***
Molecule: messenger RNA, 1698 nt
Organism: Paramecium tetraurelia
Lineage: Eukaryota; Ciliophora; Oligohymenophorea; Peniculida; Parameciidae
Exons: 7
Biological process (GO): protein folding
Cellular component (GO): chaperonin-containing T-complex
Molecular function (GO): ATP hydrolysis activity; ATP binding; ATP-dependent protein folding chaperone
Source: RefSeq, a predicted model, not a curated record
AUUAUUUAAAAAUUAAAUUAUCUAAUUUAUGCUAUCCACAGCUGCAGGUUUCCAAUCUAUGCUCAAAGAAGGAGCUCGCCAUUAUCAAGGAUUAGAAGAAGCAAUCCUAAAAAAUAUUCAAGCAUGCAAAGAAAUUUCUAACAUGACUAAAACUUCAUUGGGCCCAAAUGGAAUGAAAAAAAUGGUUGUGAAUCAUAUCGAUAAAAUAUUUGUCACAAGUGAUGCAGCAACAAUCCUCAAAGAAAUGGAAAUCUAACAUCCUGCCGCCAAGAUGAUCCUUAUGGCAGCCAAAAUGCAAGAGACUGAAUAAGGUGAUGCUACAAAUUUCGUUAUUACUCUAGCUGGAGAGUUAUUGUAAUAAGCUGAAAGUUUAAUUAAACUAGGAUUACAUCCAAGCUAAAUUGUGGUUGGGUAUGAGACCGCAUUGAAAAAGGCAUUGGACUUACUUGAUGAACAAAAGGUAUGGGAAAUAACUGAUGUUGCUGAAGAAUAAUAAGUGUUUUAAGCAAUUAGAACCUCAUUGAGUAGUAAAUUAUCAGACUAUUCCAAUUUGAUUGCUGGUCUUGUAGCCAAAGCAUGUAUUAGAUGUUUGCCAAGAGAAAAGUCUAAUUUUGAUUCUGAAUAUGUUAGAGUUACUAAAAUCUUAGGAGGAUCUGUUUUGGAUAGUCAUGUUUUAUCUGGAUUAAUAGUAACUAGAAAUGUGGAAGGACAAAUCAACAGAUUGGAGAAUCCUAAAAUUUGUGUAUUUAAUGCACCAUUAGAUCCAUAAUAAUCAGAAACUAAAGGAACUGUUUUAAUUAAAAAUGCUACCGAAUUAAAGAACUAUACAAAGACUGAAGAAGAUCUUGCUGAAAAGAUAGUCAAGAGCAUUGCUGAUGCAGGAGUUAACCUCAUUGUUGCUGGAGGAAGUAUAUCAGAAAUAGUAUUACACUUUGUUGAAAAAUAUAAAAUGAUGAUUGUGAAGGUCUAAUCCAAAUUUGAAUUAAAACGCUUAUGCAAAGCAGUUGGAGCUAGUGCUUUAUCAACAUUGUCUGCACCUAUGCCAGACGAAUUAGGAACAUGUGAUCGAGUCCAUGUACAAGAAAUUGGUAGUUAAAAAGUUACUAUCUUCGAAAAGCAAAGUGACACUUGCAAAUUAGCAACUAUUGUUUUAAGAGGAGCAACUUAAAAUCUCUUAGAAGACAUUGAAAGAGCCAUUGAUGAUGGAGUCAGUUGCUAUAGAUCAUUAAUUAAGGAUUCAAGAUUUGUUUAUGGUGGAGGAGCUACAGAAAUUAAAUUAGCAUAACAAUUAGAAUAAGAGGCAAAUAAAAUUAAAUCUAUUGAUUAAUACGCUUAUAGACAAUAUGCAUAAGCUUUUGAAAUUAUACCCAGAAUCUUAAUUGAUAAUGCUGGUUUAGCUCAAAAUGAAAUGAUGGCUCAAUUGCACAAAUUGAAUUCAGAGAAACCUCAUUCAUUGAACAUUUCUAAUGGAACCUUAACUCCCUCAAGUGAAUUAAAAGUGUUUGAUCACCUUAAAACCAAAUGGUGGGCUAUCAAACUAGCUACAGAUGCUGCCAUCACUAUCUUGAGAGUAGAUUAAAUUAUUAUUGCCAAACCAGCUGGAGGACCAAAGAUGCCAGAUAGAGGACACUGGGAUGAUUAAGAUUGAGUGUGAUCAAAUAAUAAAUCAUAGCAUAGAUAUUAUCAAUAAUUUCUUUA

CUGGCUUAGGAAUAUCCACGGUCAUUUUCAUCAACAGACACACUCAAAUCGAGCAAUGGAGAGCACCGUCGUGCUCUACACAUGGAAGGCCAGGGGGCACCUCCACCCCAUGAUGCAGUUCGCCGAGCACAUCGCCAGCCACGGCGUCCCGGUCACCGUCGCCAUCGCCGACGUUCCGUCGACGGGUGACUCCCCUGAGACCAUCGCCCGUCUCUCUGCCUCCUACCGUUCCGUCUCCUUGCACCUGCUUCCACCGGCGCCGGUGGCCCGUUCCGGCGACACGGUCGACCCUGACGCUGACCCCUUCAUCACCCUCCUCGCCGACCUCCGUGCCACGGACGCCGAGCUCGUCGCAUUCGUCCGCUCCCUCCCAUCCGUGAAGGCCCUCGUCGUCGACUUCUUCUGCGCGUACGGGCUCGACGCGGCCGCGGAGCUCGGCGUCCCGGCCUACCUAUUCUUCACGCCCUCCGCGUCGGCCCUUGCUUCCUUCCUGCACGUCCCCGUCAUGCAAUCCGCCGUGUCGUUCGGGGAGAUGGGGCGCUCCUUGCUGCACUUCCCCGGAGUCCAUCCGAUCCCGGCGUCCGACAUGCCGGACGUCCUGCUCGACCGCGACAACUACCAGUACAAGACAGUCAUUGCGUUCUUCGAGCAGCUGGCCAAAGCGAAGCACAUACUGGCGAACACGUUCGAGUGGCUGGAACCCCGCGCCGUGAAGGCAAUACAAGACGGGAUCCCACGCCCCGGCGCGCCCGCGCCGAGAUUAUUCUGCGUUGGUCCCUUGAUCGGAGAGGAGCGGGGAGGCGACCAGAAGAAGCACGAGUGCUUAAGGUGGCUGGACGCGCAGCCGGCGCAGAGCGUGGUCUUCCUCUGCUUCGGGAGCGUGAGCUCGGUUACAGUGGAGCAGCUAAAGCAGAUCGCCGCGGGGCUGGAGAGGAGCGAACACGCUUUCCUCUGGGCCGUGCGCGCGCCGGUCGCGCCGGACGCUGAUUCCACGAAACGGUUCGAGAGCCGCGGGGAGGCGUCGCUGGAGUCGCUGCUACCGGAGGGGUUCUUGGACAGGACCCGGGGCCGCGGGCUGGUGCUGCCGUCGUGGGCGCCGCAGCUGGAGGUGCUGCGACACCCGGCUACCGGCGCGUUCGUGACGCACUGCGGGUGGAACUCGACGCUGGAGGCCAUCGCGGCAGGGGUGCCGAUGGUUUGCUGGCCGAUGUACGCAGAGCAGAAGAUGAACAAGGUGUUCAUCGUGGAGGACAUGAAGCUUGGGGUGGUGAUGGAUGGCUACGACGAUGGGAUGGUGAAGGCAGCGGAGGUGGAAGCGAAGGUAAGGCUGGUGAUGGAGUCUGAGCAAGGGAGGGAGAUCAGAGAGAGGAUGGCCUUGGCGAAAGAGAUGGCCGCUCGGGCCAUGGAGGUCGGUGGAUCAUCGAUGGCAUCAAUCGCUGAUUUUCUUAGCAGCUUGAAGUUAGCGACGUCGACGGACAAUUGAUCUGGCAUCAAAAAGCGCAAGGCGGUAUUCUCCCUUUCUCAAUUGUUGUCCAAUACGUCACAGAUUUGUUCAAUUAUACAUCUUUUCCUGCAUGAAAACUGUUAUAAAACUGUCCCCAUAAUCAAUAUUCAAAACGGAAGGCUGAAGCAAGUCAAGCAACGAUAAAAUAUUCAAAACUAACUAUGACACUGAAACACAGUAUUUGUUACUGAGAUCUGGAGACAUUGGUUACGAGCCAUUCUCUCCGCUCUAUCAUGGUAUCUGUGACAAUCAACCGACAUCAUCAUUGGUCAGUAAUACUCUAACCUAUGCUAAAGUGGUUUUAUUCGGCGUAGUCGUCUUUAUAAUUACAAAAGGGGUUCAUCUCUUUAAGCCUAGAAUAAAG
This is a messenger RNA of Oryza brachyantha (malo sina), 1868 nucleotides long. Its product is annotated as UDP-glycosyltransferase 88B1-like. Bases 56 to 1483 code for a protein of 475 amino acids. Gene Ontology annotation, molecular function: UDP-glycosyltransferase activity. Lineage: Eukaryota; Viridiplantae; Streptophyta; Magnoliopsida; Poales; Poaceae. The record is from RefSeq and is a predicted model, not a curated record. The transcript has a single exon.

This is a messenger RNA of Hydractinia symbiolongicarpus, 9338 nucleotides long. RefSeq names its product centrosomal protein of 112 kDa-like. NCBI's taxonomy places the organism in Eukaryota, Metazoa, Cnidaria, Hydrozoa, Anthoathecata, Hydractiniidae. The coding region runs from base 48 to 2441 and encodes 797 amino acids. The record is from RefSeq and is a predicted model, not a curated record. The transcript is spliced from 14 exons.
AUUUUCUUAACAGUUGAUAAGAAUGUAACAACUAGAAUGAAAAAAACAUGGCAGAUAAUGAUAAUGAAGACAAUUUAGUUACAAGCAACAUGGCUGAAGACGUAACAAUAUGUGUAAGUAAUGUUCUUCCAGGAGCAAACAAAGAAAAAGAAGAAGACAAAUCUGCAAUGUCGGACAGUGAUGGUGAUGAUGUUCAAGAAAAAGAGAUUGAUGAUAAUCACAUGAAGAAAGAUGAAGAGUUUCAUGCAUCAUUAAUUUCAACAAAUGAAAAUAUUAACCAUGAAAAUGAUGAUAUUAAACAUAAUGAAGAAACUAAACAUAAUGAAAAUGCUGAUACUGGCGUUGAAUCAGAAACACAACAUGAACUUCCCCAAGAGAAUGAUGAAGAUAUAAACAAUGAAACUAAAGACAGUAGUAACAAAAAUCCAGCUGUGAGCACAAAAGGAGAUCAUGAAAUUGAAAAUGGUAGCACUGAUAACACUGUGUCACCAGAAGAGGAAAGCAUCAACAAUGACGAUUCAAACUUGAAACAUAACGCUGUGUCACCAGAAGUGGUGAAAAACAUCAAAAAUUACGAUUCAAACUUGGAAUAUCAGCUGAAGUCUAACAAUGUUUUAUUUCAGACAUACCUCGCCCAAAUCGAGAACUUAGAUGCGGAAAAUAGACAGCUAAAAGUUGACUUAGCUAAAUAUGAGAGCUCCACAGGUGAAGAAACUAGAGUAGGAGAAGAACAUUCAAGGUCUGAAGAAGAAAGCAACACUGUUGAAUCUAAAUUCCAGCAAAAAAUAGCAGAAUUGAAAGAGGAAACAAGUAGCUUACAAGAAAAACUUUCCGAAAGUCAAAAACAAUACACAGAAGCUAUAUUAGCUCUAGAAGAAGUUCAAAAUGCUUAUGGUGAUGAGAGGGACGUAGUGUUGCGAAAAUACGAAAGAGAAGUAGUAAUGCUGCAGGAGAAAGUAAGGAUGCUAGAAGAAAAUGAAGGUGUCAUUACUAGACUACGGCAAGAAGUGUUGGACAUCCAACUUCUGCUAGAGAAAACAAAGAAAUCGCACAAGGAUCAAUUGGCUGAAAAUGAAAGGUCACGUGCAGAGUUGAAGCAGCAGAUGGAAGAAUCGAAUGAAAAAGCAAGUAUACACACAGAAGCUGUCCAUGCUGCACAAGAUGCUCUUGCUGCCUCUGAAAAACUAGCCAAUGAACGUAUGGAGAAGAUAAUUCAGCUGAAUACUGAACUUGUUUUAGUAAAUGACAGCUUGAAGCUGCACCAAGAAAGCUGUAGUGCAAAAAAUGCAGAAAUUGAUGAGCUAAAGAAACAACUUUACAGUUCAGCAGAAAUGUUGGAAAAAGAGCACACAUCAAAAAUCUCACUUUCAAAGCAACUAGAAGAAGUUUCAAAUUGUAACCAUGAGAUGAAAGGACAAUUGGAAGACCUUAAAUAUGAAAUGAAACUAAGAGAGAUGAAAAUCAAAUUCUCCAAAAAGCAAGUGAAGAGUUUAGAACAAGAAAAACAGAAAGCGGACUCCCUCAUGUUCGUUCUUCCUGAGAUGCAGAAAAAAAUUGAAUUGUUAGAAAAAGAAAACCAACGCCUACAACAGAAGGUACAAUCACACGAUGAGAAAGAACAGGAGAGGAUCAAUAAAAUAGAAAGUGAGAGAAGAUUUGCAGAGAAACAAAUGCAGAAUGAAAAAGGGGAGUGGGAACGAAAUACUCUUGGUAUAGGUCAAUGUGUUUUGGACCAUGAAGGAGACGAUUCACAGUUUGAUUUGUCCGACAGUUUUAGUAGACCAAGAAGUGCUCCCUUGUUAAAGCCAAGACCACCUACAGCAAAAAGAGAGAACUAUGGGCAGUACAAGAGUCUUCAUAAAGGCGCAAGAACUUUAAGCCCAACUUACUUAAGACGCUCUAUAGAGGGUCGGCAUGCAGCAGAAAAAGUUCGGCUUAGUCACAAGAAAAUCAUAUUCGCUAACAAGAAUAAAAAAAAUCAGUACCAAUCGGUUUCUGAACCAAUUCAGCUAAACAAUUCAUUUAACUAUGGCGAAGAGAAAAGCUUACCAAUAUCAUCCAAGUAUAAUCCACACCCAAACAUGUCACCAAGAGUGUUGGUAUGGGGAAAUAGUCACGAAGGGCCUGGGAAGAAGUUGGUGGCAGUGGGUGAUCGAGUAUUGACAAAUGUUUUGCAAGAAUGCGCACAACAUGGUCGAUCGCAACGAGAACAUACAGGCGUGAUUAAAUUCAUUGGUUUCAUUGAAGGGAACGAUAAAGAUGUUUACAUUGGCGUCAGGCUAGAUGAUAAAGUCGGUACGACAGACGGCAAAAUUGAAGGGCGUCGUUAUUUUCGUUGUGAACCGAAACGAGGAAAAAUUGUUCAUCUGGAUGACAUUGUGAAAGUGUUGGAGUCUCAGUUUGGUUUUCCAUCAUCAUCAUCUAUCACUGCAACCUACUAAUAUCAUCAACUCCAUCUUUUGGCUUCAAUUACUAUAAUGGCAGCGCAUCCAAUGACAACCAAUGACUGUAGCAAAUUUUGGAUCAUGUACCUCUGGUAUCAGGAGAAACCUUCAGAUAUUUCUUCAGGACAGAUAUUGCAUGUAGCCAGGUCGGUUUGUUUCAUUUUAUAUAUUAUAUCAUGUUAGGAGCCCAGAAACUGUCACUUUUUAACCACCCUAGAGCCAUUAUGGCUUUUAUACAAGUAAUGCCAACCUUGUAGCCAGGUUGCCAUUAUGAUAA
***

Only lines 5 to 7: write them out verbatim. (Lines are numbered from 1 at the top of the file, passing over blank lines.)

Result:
Biological process (GO): protein folding
Cellular component (GO): chaperonin-containing T-complex
Molecular function (GO): ATP hydrolysis activity; ATP binding; ATP-dependent protein folding chaperone